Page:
CHRISTCHURCH – Muslim organizations and world governments have sent strongest condemnations to the terrorist attack that left more than 49 dead in far-right shootings targeting worshippers in two New Zealand mosques during Friday Jumuah prayer, The Guardian reported.
“This is the most deadly Islamophobic terrorist attack we have experienced in recent times,” Harun Khan, the secretary general of the Muslim Council of Britain, wrote.
“My condolences to the families affected. As the rest of us prepare to undertake our own Friday prayers today, we do so with the anxiety as to whether our mosques and communities are safe in the face of unabated Islamophobia and hostility against Muslims.
The group called for more protection police protection at UK mosques.
“I call on our government to redouble its efforts to ensure mosques are protected and call on fellow Muslims to resist the temptation to roll up the banners in fear, as this attack was designed to do.”
Police say 49 people have been killed and dozens injured in shootings at two mosques in the New Zealand city of Christchurch when at least one gunman opened fire on worshippers.
It’s the country’s worst ever mass shooting and has been condemned internationally.
The Council on American-Islamic Relations (CAIR) also mourned the deaths of the Muslim worshippers.
“To God, we belong, and to Him is our return. We mourn the heartbreaking killings of men, women, and children gathered for prayer in their houses of worship and urge leaders in our nation and worldwide to speak out forcefully against the growing anti-Muslim and anti-immigrant hate that appears to have motivated these white supremacist terrorists,” CAIR National Executive Director Nihad Awad said in a statement.
“In the wake of this tragedy, we urge mosques, Islamic schools, and other community institutions in the United States and around the world to take stepped-up security precautions, particularly during times of communal prayer.”
Video of the attacks has been posted online. CAIR is asking that the video not be shared.
“Instead of spreading the hate-filled message of terrorists, we should share messages of love and solidarity with the loved ones of those killed or injured in the attacks,” said Awad.
New Zealand Prime Minister described the shooting as one of the darkest days in the country.
“This is one of New Zealand’s darkest days,” said Prime Minister Jacinda Ardern. “Clearly what has happened here is an extraordinary and unprecedented act of violence.”
“There is no place in New Zealand for such extreme acts,” she said, describing it as a terrorist attack.
British Prime Minister Theresa May tweeted on behalf of the UK her “deepest condolences” after a “sickening act of violence”.
European Council President described it as a “brutal attack” that would never diminish New Zealand’s “tolerance and decency”.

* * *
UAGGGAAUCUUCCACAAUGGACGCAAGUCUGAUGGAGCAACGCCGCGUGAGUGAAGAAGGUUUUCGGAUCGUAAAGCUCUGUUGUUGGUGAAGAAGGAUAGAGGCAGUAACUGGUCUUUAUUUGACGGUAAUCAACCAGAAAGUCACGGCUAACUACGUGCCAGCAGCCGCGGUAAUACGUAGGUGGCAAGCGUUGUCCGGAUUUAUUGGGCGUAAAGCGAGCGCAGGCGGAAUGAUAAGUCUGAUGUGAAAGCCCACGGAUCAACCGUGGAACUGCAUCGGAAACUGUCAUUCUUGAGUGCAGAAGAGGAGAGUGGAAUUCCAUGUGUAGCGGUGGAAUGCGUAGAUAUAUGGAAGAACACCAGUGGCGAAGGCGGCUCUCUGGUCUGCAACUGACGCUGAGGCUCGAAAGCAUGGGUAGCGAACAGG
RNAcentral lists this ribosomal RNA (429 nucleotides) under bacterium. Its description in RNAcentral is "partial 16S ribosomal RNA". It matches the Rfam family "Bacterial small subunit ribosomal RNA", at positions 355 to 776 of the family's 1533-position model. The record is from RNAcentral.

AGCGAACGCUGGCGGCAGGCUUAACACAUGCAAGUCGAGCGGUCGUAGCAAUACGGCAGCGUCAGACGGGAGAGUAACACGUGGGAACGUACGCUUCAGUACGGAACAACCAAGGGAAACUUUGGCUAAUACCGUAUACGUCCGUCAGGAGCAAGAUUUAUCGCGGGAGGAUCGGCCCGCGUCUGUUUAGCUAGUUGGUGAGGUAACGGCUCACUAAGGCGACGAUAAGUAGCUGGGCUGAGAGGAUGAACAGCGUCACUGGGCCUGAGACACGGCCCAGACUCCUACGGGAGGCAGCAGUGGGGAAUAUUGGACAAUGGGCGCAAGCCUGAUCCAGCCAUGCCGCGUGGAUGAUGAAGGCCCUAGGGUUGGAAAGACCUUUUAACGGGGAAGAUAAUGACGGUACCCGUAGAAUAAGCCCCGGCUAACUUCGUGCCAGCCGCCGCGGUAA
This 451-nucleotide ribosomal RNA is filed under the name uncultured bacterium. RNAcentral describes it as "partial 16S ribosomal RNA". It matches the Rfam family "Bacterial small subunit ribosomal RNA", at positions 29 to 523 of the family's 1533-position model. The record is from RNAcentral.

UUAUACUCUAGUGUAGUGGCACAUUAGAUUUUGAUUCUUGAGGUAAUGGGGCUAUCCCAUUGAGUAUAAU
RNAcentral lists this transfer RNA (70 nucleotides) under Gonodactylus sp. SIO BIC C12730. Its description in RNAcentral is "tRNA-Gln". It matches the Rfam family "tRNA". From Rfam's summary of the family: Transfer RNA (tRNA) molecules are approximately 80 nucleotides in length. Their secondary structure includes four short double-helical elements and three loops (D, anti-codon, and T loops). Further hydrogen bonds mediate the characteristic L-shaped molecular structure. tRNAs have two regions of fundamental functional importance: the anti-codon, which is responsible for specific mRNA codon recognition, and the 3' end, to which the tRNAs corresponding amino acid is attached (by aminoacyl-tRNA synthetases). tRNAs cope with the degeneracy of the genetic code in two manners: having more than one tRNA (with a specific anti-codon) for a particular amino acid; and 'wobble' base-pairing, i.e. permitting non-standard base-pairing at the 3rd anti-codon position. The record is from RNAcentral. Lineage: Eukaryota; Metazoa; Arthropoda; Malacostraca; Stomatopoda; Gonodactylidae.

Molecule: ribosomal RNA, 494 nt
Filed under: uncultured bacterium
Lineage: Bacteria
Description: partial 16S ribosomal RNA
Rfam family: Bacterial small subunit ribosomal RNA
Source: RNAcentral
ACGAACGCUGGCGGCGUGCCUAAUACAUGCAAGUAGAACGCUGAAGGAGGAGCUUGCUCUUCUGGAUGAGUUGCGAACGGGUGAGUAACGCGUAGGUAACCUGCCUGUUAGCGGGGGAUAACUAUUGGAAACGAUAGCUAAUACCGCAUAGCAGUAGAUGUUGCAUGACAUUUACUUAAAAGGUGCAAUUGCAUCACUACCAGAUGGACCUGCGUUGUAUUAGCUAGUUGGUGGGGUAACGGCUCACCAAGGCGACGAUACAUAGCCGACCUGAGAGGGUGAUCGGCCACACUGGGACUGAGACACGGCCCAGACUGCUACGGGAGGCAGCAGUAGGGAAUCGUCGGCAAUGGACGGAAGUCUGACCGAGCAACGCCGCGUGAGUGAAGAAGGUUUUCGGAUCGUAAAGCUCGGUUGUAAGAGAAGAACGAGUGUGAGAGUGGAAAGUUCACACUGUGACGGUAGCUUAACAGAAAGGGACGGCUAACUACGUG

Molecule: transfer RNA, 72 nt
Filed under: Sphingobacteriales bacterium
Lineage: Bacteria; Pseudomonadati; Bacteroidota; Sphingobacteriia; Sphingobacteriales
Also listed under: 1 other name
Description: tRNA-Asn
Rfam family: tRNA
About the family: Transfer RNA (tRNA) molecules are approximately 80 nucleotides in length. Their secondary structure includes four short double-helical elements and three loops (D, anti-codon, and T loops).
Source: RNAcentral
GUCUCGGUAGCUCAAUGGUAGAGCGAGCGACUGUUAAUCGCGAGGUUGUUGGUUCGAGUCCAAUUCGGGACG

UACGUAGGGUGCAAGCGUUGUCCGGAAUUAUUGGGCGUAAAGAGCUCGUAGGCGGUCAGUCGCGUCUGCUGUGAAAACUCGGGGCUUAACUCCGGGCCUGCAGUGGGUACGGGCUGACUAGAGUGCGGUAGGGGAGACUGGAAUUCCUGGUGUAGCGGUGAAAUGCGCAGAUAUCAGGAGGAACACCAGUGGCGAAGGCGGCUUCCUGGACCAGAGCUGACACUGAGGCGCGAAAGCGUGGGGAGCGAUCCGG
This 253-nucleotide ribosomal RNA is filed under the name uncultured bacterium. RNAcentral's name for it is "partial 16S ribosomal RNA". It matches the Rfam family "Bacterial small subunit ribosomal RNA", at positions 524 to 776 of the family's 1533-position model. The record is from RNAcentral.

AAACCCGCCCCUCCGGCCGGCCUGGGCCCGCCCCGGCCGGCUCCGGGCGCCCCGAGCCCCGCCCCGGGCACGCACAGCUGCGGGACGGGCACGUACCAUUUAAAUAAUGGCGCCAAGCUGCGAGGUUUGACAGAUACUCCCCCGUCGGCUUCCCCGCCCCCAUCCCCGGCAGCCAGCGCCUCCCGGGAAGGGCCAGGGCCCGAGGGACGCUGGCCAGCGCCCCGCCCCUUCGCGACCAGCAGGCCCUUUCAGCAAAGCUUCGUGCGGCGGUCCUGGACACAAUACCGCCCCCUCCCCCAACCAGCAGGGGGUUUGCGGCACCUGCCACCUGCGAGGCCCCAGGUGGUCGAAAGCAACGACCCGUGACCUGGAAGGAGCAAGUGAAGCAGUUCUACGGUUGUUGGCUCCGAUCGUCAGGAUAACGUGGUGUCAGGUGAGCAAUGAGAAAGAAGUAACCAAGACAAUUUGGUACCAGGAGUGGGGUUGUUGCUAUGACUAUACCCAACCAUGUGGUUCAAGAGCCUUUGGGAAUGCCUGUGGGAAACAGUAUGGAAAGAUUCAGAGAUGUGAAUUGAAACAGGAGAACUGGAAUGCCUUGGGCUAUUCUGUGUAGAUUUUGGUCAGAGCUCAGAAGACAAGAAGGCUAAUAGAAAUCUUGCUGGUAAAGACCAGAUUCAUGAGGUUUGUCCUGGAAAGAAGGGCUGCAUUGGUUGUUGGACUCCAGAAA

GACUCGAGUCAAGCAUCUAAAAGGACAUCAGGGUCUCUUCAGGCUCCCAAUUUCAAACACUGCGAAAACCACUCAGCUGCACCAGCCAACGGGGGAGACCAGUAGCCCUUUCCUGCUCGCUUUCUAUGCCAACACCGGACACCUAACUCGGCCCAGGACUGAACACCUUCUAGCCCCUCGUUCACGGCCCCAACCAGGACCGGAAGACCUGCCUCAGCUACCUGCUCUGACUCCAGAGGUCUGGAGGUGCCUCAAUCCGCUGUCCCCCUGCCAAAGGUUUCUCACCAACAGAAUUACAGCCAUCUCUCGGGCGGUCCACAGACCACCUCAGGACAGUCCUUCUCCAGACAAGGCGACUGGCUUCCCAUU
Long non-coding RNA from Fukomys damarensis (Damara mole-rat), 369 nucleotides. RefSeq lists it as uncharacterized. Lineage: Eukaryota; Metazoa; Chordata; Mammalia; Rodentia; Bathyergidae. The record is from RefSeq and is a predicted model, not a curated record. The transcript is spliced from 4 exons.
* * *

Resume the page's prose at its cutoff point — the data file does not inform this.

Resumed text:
Pope Francis on Friday expressed his solidarity with all New Zealanders, and in particular the Muslim community, in the wake of the shootings at two mosques in the city of Christchurch.”His Holiness Pope Francis was deeply saddened to learn of the injury and loss of life caused by the senseless acts of violence at two Mosques in Christchurch, and he assures all New Zealanders, and in particular the Muslim community, of his heartfelt solidarity in the wake of these attacks,” read the message sent by Cardinal Secretary of State Pietro Parolin, on behalf of Pope Francis.
On the other hand, US President Donald Trump said Friday he does not regard white nationalism as a rising global threat in the aftermath of mosque terror attacks in New Zealand that left at least 49 people dead.
“I don’t really,” Trump said in the Oval Office after being questioned about whether he views white nationalism as growing. “I think it’s a small group of people that have very, very serious problems, I guess.”
Indonesia’s foreign minister condemned the act carried out “especially at a place of worship”. Reports have suggested several Indonesians were inside at least one of the mosques.
The leader of the biggest party in Malaysia’s coalition government described it as a “black tragedy facing humanity and universal peace”.
Turkish President Tayyip Erdogan’s spokesman condemned what he called a “racist and fascist” attack.
Islam in New Zealand is a minority religious affiliation. Small numbers of Muslim immigrants from South Asia and eastern Europe settled starting from the early 1900s until the 1960s.
Large-scale Muslim immigration began in the 1970s with the arrival of Fiji Indians, followed in the 1990s by refugees from various war-torn countries. The first Islamic center was started in 1959 and there are now several mosques and two Islamic schools.
Islam is estimated to be the fastest growing religion among Māori natives of New Zealand. The national census figures show the number of Muslims of Māori ethnicity increasing from 99 to 708 in the 10 years to 2001, and to 1,083 by 2013 census data.
On the other hand, while the overall Pacific Islander community grew 15% according to census data from 2001 to 2006, Muslim Pacific Islanders grew 87.43%.
According to 2013 census data, there were 1,536 Muslims among the Pacific Islander community (a little under 3.5% of New Zealand’s Muslim population).